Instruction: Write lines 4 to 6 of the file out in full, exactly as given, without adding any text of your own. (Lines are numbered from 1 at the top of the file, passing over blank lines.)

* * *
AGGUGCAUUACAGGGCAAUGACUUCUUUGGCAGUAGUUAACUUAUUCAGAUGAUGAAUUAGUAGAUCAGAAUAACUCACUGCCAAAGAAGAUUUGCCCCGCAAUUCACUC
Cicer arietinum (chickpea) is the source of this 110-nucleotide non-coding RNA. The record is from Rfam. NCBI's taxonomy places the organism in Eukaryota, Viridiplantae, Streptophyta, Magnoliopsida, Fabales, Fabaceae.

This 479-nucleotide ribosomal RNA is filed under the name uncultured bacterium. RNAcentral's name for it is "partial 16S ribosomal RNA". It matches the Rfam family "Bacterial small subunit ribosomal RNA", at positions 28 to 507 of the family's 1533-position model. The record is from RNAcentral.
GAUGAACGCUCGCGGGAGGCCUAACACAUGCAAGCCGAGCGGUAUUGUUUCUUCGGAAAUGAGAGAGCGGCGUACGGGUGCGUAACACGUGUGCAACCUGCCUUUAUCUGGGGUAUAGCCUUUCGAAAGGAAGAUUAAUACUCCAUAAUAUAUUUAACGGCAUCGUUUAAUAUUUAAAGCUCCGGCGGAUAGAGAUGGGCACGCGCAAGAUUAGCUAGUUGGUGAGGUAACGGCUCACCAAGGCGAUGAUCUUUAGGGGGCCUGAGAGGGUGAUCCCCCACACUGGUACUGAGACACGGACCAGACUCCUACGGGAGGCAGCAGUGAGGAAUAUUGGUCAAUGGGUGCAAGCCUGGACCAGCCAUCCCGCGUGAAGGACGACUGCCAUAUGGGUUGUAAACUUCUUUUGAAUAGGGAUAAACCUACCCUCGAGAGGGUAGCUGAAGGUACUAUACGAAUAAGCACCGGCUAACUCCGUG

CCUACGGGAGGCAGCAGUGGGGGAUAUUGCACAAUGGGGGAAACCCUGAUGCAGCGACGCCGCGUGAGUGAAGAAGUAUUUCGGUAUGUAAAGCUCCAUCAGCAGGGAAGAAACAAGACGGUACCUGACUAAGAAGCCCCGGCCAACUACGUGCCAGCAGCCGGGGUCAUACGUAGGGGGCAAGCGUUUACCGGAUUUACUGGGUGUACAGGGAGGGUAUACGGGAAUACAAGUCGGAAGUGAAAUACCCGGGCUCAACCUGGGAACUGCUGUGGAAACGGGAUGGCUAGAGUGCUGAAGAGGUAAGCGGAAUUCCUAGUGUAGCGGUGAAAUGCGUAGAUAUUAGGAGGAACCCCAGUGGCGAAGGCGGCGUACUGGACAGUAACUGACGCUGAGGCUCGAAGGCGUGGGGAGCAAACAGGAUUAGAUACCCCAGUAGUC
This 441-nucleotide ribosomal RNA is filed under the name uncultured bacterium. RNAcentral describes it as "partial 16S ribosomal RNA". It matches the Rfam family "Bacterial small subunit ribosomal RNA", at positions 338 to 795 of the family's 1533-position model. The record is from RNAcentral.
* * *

GAUGAACGCUCGCGGGAGGCCUAACACAUGCAAGCCGAGCGGUAUUGUUUCUUCGGAAAUGAGAGAGCGGCGUACGGGUGCGUAACACGUGUGCAACCUGCCUUUAUCUGGGGUAUAGCCUUUCGAAAGGAAGAUUAAUACUCCAUAAUAUAUUUAACGGCAUCGUUUAAUAUUUAAAGCUCCGGCGGAUAGAGAUGGGCACGCGCAAGAUUAGCUAGUUGGUGAGGUAACGGCUCACCAAGGCGAUGAUCUUUAGGGGGCCUGAGAGGGUGAUCCCCCACACUGGUACUGAGACACGGACCAGACUCCUACGGGAGGCAGCAGUGAGGAAUAUUGGUCAAUGGGUGCAAGCCUGGACCAGCCAUCCCGCGUGAAGGACGACUGCCAUAUGGGUUGUAAACUUCUUUUGAAUAGGGAUAAACCUACCCUCGAGAGGGUAGCUGAAGGUACUAUACGAAUAAGCACCGGCUAACUCCGUG

CCUACGGGAGGCAGCAGUGGGGGAUAUUGCACAAUGGGGGAAACCCUGAUGCAGCGACGCCGCGUGAGUGAAGAAGUAUUUCGGUAUGUAAAGCUCCAUCAGCAGGGAAGAAACAAGACGGUACCUGACUAAGAAGCCCCGGCCAACUACGUGCCAGCAGCCGGGGUCAUACGUAGGGGGCAAGCGUUUACCGGAUUUACUGGGUGUACAGGGAGGGUAUACGGGAAUACAAGUCGGAAGUGAAAUACCCGGGCUCAACCUGGGAACUGCUGUGGAAACGGGAUGGCUAGAGUGCUGAAGAGGUAAGCGGAAUUCCUAGUGUAGCGGUGAAAUGCGUAGAUAUUAGGAGGAACCCCAGUGGCGAAGGCGGCGUACUGGACAGUAACUGACGCUGAGGCUCGAAGGCGUGGGGAGCAAACAGGAUUAGAUACCCCAGUAGUC
This 441-nucleotide ribosomal RNA is filed under the name uncultured bacterium. RNAcentral describes it as "partial 16S ribosomal RNA". It matches the Rfam family "Bacterial small subunit ribosomal RNA", at positions 338 to 795 of the family's 1533-position model. The record is from RNAcentral.